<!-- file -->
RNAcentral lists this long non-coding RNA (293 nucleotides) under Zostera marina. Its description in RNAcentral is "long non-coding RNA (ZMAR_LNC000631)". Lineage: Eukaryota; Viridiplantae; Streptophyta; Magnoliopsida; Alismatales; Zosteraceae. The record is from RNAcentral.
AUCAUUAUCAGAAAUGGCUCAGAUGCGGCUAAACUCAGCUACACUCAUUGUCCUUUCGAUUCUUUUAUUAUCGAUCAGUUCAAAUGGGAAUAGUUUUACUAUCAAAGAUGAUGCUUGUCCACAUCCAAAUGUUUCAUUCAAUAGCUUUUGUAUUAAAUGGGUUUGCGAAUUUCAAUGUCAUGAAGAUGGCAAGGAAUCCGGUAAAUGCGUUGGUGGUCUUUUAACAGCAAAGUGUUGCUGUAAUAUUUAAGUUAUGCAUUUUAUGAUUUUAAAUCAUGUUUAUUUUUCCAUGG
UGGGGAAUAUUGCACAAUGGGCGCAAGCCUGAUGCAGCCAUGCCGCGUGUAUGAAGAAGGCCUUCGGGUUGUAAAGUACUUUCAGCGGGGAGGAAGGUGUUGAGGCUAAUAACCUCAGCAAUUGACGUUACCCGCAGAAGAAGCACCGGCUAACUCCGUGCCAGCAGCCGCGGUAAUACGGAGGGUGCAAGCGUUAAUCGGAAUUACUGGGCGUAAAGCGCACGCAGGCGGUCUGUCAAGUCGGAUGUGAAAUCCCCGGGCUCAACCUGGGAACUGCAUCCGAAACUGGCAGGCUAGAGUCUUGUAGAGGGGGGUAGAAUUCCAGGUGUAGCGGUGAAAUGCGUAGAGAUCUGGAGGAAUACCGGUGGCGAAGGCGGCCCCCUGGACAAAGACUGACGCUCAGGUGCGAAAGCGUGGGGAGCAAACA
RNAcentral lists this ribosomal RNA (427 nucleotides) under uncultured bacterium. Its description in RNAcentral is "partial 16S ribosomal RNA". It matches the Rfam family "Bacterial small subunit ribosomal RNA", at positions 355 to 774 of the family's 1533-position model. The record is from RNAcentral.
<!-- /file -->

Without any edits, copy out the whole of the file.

RNAcentral lists this long non-coding RNA (293 nucleotides) under Zostera marina. Its description in RNAcentral is "long non-coding RNA (ZMAR_LNC000631)". Lineage: Eukaryota; Viridiplantae; Streptophyta; Magnoliopsida; Alismatales; Zosteraceae. The record is from RNAcentral.
AUCAUUAUCAGAAAUGGCUCAGAUGCGGCUAAACUCAGCUACACUCAUUGUCCUUUCGAUUCUUUUAUUAUCGAUCAGUUCAAAUGGGAAUAGUUUUACUAUCAAAGAUGAUGCUUGUCCACAUCCAAAUGUUUCAUUCAAUAGCUUUUGUAUUAAAUGGGUUUGCGAAUUUCAAUGUCAUGAAGAUGGCAAGGAAUCCGGUAAAUGCGUUGGUGGUCUUUUAACAGCAAAGUGUUGCUGUAAUAUUUAAGUUAUGCAUUUUAUGAUUUUAAAUCAUGUUUAUUUUUCCAUGG
UGGGGAAUAUUGCACAAUGGGCGCAAGCCUGAUGCAGCCAUGCCGCGUGUAUGAAGAAGGCCUUCGGGUUGUAAAGUACUUUCAGCGGGGAGGAAGGUGUUGAGGCUAAUAACCUCAGCAAUUGACGUUACCCGCAGAAGAAGCACCGGCUAACUCCGUGCCAGCAGCCGCGGUAAUACGGAGGGUGCAAGCGUUAAUCGGAAUUACUGGGCGUAAAGCGCACGCAGGCGGUCUGUCAAGUCGGAUGUGAAAUCCCCGGGCUCAACCUGGGAACUGCAUCCGAAACUGGCAGGCUAGAGUCUUGUAGAGGGGGGUAGAAUUCCAGGUGUAGCGGUGAAAUGCGUAGAGAUCUGGAGGAAUACCGGUGGCGAAGGCGGCCCCCUGGACAAAGACUGACGCUCAGGUGCGAAAGCGUGGGGAGCAAACA
RNAcentral lists this ribosomal RNA (427 nucleotides) under uncultured bacterium. Its description in RNAcentral is "partial 16S ribosomal RNA". It matches the Rfam family "Bacterial small subunit ribosomal RNA", at positions 355 to 774 of the family's 1533-position model. The record is from RNAcentral.